Drama marks election of Cyril Ramaphosa as SA president

Cyril Ramaphosa has been elected president of SA at the first sitting of the National Assembly held on Wednesday.
Cyril Ramaphosa has been elected president of SA at the first sitting of the National Assembly held on Wednesday.
Image: Esa Alexander

Cyril Ramaphosa was elected president at a dramatic first sitting of the National Assembly in Cape Town in which several prominent ANC candidates pulled out of parliament as the first signs of his government emerged.

ANC deputy president David Mabuza asked to “postpone” his swearing-in so that he could clear his name after the party’s integrity commission listed him among several prospective MPs who may have brought the ANC into disrepute.

He is said to have made the decision voluntarily.

Ramaphosa made the announcement shortly before the first sitting of the sixth parliament on Wednesday.

The intrigue that lay behind this decision is still not quite clear and now opens up speculation about who Ramaphosa will appoint as his deputy.

Names being touted are Nkosazana Dlamini-Zuma, whom he narrowly beat to the position of ANC president in 2017, and long-serving minister Naledi Pandor.

Ramaphosa is expected to announce his reconfigured executive after his inauguration at the weekend.

He told the National Assembly that there would be “tough leadership”.

“I assure you, as we address the needs of people we will take difficult decisions and some might be tough decisions against certain people and interest groups,” he said.

“Our people yearn for change and change is what we are going to offer them.”

Mabuza was the first candidate to step aside, citing the integrity commission report.

SA’s rand and bonds gained in the immediate aftermath as some traders interpreted the developments as a signal that Ramaphosa was making progress towards meeting his pledge to use his victory to clean up government and create a more effective state.

Mabuza has been connected to allegations of fraud and corruption in Mpumalanga, the province he led for almost a decade as premier.

There were also allegations he was behind political killings in the province.

At the eleventh hour, erstwhile environmental affairs minister Nomvula Mokonyane also decided to withdraw from the list, citing family responsibility and the fact that she was still in mourning following her husband’s death in April.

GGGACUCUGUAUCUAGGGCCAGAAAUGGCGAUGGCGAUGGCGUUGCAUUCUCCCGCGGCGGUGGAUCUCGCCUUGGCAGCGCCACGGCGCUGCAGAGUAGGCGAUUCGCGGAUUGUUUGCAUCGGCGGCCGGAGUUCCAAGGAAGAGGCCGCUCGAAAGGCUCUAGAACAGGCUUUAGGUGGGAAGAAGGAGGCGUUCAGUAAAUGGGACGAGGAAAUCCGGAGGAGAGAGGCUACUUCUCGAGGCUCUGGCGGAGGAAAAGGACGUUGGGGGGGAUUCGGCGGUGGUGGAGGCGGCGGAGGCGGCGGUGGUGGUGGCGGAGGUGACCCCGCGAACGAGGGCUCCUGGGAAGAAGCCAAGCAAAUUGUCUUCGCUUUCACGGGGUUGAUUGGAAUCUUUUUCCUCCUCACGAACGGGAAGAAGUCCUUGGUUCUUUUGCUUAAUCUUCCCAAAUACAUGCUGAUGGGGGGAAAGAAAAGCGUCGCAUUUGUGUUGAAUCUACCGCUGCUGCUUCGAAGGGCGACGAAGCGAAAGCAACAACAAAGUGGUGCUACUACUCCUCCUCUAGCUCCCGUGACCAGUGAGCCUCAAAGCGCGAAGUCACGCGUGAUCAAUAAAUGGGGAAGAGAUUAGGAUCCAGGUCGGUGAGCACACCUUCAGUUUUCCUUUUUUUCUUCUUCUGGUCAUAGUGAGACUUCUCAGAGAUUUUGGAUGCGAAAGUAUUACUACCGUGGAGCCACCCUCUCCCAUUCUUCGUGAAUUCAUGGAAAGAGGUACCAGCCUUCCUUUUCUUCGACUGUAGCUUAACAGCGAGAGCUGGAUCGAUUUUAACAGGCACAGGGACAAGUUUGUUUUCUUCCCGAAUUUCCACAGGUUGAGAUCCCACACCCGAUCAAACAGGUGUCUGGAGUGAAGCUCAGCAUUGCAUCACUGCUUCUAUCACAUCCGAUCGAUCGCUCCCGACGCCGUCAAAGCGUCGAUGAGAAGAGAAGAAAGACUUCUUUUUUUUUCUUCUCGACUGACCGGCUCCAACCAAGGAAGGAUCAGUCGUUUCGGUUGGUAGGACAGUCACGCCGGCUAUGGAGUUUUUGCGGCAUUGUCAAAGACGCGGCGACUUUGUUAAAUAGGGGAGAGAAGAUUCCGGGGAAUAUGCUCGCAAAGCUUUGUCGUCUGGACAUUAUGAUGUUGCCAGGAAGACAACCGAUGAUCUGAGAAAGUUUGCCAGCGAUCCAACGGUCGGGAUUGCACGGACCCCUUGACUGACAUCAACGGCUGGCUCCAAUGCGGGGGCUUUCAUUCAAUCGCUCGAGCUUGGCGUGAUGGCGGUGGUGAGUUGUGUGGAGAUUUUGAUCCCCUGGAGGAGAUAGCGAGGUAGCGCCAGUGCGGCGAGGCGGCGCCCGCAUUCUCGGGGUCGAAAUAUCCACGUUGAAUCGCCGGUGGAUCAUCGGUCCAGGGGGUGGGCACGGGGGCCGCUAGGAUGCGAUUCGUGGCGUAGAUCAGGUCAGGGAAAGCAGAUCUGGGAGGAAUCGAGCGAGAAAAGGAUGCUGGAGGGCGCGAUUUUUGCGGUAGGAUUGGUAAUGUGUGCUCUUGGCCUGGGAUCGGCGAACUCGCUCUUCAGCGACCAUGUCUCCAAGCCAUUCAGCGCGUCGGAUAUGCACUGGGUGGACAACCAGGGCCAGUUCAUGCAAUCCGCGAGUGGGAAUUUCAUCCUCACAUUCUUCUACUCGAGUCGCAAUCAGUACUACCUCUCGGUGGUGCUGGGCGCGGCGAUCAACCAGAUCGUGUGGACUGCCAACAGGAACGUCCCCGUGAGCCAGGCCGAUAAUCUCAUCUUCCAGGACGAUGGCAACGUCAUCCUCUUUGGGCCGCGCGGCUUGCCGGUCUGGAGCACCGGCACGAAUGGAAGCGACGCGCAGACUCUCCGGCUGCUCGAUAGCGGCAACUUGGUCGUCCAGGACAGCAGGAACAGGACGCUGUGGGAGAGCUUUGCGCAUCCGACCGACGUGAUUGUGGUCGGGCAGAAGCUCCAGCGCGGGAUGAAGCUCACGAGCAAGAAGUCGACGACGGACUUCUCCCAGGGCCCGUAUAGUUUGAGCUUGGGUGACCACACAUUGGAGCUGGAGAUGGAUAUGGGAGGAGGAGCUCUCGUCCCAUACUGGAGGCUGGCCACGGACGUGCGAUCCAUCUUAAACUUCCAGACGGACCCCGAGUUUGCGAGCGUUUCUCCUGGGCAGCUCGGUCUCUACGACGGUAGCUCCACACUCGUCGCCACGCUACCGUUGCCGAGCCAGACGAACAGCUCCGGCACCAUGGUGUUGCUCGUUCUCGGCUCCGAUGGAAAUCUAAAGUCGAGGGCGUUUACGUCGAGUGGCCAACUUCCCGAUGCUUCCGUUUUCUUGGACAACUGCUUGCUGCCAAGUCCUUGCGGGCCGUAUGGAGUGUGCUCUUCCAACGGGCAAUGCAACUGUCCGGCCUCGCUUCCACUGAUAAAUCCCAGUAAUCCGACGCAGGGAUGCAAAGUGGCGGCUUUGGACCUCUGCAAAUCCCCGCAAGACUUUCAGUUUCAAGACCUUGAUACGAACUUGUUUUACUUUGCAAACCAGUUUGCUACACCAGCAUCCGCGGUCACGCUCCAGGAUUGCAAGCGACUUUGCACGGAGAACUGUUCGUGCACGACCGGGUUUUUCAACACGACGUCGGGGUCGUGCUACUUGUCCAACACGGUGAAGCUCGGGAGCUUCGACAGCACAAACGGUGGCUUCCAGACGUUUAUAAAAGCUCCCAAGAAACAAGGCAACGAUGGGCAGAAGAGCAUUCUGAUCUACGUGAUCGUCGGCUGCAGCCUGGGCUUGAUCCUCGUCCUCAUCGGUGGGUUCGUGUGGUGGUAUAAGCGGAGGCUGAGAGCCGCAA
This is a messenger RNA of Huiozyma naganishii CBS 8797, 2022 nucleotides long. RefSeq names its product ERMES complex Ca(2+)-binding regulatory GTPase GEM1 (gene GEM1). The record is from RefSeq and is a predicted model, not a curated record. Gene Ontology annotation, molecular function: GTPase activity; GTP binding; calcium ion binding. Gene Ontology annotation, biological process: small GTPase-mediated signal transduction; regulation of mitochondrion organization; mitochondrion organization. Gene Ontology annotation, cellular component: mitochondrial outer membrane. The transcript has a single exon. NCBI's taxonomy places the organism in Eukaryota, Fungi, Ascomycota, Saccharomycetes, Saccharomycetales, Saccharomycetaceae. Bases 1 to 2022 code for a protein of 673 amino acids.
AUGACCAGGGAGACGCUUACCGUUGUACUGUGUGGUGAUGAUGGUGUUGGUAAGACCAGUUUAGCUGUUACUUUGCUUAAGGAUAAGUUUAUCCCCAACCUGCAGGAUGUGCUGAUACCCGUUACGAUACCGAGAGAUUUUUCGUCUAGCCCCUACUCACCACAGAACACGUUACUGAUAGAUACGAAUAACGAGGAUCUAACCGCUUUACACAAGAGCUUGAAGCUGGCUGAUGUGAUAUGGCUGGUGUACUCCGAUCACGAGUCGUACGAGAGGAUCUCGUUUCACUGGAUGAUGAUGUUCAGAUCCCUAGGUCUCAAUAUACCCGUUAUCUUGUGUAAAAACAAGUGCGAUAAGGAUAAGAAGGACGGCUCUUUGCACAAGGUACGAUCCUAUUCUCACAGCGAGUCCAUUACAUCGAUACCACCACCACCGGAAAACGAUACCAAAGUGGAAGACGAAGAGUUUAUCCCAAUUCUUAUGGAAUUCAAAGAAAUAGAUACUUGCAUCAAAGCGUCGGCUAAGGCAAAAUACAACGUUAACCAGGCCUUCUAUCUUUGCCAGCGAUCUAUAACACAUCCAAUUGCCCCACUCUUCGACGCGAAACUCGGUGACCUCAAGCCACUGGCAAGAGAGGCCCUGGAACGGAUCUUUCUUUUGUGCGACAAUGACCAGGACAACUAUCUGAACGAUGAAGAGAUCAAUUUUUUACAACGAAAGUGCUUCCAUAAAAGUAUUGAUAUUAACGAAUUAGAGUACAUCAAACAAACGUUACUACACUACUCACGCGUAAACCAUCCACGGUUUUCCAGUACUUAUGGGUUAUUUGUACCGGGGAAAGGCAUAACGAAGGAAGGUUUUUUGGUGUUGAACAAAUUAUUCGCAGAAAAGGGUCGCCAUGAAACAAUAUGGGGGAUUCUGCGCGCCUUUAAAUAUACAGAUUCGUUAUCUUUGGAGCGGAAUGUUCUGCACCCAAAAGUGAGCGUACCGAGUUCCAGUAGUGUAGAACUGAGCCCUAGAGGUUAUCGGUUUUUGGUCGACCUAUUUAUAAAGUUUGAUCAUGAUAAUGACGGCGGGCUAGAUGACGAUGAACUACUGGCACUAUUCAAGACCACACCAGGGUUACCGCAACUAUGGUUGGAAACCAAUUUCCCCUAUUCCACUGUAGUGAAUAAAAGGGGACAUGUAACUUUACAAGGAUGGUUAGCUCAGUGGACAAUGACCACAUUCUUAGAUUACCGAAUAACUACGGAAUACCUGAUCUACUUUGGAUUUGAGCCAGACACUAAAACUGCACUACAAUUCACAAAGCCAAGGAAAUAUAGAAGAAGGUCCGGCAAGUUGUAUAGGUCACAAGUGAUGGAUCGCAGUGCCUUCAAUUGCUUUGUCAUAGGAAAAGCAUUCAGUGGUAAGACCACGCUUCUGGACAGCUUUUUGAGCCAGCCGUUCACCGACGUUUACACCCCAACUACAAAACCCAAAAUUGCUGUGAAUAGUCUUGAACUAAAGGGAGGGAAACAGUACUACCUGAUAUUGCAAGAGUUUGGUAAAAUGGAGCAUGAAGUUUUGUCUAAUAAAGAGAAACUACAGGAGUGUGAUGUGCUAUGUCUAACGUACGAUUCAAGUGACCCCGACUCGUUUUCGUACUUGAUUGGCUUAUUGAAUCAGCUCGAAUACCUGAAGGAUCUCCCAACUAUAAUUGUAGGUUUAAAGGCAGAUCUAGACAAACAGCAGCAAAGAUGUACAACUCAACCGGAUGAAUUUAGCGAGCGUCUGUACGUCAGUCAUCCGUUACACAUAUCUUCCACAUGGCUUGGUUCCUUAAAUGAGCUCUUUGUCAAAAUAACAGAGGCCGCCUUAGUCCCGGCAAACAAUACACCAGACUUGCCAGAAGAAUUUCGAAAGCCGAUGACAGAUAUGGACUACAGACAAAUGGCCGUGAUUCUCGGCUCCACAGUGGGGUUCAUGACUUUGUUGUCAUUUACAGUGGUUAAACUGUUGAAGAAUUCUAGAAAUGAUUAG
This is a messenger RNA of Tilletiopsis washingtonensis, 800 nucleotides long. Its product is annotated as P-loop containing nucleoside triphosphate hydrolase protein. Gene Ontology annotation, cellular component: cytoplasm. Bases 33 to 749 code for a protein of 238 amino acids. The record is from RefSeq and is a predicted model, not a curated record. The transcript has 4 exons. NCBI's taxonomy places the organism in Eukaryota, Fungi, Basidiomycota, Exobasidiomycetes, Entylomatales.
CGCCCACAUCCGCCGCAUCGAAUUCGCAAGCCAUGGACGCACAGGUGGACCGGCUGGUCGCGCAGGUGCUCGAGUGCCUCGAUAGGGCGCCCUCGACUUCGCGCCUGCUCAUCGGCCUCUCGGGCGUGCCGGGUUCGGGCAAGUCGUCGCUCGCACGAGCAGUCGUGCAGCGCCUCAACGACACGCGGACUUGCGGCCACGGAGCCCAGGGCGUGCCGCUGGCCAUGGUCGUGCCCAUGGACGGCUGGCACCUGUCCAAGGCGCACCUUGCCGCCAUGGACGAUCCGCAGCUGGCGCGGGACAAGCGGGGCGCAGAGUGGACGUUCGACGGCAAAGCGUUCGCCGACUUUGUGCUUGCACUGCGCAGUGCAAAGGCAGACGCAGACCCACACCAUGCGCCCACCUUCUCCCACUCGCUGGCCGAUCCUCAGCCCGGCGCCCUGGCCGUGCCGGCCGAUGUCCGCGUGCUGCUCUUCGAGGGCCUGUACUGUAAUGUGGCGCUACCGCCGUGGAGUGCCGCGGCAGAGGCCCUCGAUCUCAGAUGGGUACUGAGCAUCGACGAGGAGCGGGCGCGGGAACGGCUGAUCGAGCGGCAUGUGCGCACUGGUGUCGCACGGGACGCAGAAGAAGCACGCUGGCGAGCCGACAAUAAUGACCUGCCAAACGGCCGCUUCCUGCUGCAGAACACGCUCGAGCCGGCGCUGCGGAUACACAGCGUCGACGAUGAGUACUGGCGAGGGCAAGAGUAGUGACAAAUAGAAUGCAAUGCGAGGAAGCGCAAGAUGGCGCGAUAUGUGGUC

She was also on the list of people the integrity commission had reportedly named as possibly having brought the ANC into disrepute, and was accused in the state capture commission of inquiry of taking bribes from facilities management company Bosasa.

Disgraced former finance minister Malusi Gigaba and former National Assembly speaker Baleka Mbete withdrew from the candidate list on Tuesday.

MPs who served as cabinet ministers in the previous administration and who believe they will not be reappointed have an interest in resigning before the new executive is appointed as this enables them to hold onto their ministerial pension, which is substantially higher than an MP’s salary.

Mabuza has not completely withdrawn from the list, but asked to have his swearing-in postponed so that he can engage with the commission on the allegations against him.

A close confidant of Mabuza said that the integrity commission had not called him before it, and therefore he had been unable to clear his name.

“What he has done now has raised the bar,” the person said.

Integrity commission chair George Mashamba said the commission had been asked to review the ANC list, but it had not spoken with anyone.

He said the commission would meet those mentioned in the report from Sunday.

Mabuza would not say anything more about his decision except to confirm his swearingin had been postponed.

Another ANC MP who has been named in ethical or possible legal transgressions, Bathabile Dlamini, did not withdraw and was sworn in, along with former ministers Mosebenzi Zwane and Faith Muthambi, both of whom have been implicated in state capture claims.

Finance minister Tito Mboweni, who arrived an hour late, had fellow MPs speculating on whether he had changed his mind about returning to parliament.